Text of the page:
Over 100 Trucking-Dependent Groups Want to Retain NAFTA Trucking

Yellow trucks in warehouseThe American Farm Bureau, the North American Shippers Association, The Toy Association, and the Retail Industry Leaders Association urged the Office of the U.S. Trade Representative to keep a trucking provision that allows Mexican trucks to operate more easily in the country.

The groups belong to a coalition of more than 100 trade organizations in the agriculture, retail, and transportation industries. They seek a renegotiated North American Free Trade Agreement (NAFTA) deal that retains policies for trucking activity.

NAFTA Trucking

The Trade Representative proposed the removal of a NAFTA provision that lets Mexican truckers travel to the U.S. and vice versa. The elimination would make it more difficult for the former to do business in the country.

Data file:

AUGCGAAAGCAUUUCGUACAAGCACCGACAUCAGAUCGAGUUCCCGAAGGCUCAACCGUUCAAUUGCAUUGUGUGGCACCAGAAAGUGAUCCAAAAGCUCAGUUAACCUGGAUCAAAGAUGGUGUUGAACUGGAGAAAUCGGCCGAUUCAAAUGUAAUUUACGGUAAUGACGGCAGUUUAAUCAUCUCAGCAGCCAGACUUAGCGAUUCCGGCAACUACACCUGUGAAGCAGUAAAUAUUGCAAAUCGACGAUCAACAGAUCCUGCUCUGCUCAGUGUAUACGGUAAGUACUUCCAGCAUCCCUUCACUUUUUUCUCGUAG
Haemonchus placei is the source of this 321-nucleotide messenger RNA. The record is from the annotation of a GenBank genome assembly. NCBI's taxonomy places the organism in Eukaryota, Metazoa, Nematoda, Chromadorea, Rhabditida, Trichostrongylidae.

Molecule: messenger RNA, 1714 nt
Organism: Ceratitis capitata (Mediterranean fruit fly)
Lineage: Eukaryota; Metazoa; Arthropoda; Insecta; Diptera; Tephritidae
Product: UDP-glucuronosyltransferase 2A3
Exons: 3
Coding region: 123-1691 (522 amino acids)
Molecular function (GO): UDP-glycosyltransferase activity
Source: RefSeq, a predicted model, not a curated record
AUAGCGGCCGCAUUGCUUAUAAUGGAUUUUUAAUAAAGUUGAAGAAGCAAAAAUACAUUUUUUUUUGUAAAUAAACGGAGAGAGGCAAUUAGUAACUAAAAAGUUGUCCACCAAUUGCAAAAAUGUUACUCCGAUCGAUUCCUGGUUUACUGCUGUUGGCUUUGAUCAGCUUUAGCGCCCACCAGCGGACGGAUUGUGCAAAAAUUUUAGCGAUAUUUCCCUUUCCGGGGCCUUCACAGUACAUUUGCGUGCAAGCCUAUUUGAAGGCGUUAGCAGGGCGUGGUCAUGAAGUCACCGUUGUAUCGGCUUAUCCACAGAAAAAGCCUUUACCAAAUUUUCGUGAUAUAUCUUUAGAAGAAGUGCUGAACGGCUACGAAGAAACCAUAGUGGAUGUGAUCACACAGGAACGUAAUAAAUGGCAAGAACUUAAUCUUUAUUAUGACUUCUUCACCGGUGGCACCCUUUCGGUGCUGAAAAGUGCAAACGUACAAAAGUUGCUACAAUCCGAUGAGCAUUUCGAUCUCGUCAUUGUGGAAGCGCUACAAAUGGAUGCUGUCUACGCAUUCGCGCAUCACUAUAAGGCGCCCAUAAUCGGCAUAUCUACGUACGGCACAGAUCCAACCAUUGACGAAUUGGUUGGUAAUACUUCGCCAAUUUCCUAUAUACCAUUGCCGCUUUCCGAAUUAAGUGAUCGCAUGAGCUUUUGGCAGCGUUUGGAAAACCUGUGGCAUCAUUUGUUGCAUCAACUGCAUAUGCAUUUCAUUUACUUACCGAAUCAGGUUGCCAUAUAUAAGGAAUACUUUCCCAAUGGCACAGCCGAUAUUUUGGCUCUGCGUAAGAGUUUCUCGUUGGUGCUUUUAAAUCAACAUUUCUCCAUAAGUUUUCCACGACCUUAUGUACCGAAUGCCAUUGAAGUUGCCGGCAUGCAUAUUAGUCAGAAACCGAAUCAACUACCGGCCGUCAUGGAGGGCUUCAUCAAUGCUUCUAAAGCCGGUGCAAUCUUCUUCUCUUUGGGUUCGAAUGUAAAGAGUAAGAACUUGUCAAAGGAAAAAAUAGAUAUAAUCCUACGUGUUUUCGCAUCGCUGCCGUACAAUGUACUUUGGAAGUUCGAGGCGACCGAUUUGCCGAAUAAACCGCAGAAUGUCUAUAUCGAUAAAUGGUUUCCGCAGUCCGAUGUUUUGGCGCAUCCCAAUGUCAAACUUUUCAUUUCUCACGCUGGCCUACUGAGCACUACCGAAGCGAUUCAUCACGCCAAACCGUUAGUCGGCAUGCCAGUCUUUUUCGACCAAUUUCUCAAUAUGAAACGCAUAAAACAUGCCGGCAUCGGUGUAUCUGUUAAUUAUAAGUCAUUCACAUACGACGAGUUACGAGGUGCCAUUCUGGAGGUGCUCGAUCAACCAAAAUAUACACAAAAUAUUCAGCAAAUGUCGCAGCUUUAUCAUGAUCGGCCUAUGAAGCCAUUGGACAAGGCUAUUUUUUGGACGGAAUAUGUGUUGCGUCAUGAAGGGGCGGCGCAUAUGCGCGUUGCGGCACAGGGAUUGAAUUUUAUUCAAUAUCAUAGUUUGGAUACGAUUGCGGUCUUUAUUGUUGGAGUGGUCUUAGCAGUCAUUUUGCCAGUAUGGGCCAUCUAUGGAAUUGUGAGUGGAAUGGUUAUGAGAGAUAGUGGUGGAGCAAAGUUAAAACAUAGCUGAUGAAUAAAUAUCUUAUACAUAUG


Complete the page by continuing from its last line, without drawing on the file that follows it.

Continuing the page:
By doing so, freight shipments across both countries will suffer, according to the coalition. While it said that the rule does not hurt the competition, the Teamsters Union believes that the proposal would benefit highway safety and independent long-haul drivers, said Mike Dolan, Teamsters Union legislative representative. The union serves as the voice for many U.S. truck drivers, which could become fewer by the end of 2017.

Driver Shortage

Bob Costello, chief economist of the American Trucking Associations (ATA), said that they expect a shortage of 50,000 truckers with a commercial driver’s license (CDL) by the end of this year. A continual occurrence of this trend will lead to a lack of more than 174,000 drivers by 2026.

Companies who struggle to fill vacancies should turn to a CDL driver staffing company or other recruiters, especially since any shortfall will be detrimental to the U.S. economy and supply chain, according to Costello.

The U.S. should find a common ground on how to retain the NAFTA trucking provisions without compromising competition and highway safety. This will be important amid the current problem of finding qualified drivers.